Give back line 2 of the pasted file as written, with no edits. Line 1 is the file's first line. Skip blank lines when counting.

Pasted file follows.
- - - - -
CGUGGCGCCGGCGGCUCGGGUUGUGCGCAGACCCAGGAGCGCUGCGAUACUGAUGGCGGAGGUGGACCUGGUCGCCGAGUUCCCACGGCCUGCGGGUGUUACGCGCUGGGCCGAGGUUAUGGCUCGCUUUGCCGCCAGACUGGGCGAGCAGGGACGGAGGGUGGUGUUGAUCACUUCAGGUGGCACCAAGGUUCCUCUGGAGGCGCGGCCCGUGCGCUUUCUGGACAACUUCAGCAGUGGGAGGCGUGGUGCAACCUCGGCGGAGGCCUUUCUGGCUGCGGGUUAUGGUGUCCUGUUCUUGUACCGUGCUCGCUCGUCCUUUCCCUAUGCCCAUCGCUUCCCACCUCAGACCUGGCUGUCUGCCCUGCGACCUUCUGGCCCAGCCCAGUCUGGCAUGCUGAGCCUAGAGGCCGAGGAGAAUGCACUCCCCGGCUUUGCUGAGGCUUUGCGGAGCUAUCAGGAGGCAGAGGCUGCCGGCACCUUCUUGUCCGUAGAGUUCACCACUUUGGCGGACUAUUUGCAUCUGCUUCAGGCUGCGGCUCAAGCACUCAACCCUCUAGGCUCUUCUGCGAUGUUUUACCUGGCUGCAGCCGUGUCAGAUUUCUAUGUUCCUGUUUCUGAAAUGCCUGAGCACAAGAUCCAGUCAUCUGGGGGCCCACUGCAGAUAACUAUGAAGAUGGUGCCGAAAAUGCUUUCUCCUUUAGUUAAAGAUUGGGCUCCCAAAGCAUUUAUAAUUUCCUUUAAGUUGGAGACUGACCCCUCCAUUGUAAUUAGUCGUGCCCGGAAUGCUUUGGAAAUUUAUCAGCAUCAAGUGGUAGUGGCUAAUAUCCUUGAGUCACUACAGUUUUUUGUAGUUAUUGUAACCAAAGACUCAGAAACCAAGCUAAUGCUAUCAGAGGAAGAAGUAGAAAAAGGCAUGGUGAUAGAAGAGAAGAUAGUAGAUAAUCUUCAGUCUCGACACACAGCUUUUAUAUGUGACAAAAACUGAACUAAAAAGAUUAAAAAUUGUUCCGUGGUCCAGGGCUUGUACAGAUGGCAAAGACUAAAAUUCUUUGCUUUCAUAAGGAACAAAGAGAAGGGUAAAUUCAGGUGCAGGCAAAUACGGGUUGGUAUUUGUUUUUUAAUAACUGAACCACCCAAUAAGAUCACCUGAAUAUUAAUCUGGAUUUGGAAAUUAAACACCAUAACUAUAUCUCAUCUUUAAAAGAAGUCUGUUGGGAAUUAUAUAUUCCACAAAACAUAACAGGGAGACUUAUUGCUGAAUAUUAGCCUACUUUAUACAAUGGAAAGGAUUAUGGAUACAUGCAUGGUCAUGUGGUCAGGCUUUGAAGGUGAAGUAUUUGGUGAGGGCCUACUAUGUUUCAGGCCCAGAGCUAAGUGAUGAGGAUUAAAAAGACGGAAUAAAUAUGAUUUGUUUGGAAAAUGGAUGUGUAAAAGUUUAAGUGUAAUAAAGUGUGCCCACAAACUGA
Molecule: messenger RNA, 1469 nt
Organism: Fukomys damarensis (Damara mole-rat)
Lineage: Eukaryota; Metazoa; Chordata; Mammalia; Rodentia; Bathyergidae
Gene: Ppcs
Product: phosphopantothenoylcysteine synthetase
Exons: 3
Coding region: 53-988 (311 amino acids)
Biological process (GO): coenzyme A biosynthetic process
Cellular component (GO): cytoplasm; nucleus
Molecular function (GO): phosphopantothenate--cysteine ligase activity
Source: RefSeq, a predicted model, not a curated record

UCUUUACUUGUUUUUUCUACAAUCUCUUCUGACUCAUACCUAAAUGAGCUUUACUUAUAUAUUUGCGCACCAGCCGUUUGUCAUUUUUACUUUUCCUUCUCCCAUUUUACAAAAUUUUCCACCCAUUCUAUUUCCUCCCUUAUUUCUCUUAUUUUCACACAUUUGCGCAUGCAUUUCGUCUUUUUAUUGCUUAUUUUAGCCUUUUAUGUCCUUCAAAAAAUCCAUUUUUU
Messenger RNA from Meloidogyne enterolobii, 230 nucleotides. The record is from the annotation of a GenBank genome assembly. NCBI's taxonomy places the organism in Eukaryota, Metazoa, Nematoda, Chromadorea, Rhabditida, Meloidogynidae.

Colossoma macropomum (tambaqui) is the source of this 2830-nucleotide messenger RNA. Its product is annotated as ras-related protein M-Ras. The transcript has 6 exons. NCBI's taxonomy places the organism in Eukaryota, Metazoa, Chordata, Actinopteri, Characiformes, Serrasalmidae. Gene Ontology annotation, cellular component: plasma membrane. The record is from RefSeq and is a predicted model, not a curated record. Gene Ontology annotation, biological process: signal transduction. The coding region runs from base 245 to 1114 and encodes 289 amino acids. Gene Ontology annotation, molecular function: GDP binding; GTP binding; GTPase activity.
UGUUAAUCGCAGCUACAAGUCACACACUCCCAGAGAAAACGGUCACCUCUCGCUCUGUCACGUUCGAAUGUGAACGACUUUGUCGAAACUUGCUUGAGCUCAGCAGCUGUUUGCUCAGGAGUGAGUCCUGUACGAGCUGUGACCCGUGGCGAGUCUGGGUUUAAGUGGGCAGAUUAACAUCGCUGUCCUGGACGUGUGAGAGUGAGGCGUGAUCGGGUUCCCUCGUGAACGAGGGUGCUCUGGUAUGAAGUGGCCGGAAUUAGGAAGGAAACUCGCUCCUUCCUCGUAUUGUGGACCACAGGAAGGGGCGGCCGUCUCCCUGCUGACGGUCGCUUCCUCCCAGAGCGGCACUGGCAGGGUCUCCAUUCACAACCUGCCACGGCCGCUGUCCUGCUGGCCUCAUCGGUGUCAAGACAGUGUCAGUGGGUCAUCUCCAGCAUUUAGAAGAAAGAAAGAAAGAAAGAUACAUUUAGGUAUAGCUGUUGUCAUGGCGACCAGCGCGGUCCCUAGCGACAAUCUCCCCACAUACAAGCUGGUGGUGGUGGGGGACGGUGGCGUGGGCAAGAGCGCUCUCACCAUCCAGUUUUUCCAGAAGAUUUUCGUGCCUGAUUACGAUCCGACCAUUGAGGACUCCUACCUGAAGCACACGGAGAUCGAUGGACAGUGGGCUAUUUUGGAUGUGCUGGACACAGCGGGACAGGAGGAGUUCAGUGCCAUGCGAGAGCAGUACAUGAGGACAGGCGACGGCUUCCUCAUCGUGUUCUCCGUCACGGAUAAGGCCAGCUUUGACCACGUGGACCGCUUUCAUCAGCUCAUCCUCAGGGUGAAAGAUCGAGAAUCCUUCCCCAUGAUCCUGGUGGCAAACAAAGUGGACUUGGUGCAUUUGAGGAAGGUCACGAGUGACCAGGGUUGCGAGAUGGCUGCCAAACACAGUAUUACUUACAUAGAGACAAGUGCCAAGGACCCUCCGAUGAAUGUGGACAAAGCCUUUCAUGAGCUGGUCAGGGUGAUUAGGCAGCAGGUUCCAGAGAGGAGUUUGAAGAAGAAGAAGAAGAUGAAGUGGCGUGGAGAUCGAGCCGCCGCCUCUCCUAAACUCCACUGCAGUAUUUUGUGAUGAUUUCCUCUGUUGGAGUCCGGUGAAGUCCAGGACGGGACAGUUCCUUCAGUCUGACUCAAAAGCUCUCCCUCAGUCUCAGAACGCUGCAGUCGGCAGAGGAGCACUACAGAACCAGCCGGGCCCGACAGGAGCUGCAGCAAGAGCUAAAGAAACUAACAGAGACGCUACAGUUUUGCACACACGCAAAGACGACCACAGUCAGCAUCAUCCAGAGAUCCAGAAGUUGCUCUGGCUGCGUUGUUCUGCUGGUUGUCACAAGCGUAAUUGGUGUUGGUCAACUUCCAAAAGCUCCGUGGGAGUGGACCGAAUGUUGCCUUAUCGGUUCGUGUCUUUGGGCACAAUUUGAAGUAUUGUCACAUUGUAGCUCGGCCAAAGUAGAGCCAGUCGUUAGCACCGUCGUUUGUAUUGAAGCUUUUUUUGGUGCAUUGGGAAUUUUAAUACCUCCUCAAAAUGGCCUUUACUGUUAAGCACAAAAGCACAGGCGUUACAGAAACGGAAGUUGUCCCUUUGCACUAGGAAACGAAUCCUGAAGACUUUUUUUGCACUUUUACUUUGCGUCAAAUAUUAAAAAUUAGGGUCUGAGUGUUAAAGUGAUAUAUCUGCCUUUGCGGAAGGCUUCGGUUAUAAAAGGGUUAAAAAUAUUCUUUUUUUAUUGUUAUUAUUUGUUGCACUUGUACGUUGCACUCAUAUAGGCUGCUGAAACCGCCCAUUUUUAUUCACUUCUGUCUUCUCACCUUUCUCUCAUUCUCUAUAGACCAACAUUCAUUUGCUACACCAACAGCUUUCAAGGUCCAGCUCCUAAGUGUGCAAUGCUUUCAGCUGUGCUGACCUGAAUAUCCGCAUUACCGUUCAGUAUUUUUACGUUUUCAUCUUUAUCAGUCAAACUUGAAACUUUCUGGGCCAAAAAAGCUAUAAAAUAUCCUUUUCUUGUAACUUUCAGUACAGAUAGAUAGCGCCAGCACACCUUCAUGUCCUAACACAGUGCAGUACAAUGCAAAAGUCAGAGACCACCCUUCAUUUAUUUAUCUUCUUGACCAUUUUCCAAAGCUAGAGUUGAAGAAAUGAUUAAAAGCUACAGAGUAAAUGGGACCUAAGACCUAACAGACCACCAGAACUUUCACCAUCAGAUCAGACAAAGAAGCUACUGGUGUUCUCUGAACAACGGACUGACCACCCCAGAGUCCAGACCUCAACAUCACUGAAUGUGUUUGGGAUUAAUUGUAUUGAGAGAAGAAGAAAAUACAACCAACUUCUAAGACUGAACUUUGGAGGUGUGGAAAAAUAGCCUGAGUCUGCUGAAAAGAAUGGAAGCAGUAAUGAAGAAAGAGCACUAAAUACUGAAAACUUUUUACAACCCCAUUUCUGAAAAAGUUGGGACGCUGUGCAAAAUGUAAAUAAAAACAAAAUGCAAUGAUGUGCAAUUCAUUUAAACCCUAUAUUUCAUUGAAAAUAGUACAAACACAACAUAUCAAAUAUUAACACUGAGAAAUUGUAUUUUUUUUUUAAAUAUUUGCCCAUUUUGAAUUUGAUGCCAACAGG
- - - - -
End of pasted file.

Molecule: messenger RNA, 1469 nt